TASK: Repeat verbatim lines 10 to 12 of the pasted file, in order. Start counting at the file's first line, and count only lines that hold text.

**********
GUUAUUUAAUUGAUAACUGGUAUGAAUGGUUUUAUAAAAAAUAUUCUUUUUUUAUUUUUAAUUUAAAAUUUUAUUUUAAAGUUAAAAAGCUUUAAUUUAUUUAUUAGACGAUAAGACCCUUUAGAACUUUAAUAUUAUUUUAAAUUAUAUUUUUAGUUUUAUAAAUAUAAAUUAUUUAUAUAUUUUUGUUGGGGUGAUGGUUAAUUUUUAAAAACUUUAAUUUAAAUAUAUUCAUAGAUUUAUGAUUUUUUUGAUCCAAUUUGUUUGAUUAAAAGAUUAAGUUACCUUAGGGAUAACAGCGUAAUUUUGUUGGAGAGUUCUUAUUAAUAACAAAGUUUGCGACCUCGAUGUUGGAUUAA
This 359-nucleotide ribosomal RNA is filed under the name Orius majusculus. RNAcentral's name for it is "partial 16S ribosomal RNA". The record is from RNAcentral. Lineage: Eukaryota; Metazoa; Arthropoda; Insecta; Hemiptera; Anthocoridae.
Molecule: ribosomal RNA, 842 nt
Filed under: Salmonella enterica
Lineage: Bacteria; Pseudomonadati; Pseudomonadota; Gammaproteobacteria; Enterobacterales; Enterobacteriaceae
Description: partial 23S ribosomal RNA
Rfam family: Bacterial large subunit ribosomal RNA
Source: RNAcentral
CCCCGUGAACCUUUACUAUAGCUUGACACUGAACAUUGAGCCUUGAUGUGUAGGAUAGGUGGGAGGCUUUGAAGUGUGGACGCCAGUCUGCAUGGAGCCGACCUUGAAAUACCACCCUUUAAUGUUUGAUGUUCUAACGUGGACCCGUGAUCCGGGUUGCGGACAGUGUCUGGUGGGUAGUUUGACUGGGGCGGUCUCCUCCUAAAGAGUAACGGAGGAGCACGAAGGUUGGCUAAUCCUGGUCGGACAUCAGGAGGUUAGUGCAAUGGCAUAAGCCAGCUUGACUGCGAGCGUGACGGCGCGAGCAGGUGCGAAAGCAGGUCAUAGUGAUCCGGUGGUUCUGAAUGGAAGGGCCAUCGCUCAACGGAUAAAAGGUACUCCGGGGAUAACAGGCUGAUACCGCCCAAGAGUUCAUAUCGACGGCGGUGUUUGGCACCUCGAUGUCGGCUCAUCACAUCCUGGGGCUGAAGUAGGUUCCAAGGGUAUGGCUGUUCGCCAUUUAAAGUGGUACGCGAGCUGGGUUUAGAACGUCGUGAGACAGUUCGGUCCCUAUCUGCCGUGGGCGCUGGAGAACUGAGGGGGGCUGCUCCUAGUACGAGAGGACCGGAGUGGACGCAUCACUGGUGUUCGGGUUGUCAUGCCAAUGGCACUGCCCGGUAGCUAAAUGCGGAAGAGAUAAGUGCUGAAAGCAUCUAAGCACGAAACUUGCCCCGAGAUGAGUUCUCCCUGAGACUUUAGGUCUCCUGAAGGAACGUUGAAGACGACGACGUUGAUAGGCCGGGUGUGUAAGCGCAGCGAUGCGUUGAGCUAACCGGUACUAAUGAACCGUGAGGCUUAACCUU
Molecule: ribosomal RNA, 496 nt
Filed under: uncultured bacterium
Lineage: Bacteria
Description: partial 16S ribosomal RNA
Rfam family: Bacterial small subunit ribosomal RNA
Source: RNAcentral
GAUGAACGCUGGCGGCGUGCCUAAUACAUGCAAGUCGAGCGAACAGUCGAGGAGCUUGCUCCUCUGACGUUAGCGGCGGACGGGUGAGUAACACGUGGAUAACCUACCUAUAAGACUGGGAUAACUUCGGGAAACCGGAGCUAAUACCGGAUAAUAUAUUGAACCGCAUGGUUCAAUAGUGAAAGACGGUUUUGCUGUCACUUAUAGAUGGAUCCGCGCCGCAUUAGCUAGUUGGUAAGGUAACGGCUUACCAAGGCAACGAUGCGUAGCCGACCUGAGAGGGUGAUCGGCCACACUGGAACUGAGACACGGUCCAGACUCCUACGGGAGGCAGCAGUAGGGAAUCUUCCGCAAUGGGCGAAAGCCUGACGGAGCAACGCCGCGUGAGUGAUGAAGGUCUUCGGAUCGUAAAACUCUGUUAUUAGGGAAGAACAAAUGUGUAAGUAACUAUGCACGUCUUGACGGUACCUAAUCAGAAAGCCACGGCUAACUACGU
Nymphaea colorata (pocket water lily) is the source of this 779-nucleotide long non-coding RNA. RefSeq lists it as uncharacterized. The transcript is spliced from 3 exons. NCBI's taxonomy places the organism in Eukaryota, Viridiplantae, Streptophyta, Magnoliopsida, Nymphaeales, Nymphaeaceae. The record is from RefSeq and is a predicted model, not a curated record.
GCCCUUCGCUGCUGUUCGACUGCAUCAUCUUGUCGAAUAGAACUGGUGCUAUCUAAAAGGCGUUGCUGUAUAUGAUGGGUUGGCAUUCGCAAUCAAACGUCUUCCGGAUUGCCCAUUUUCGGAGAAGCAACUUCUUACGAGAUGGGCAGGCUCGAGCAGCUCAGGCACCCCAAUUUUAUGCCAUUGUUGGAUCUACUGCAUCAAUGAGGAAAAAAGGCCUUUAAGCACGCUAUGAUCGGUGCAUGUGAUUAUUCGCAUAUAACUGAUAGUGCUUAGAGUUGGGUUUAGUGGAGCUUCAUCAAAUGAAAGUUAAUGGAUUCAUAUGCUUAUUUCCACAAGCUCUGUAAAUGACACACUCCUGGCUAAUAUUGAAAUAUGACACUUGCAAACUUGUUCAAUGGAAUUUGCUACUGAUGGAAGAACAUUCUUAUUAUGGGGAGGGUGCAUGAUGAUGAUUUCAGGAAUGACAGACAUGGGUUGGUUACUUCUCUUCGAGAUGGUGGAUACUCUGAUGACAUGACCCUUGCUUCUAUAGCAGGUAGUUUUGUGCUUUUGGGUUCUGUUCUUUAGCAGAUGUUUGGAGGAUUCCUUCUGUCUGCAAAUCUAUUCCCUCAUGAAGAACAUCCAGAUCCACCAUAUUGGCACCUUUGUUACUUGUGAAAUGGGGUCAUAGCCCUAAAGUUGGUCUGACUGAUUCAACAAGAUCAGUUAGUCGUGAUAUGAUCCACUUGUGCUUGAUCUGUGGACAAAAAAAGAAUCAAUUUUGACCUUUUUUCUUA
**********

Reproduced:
Molecule: ribosomal RNA, 496 nt
Filed under: uncultured bacterium
Lineage: Bacteria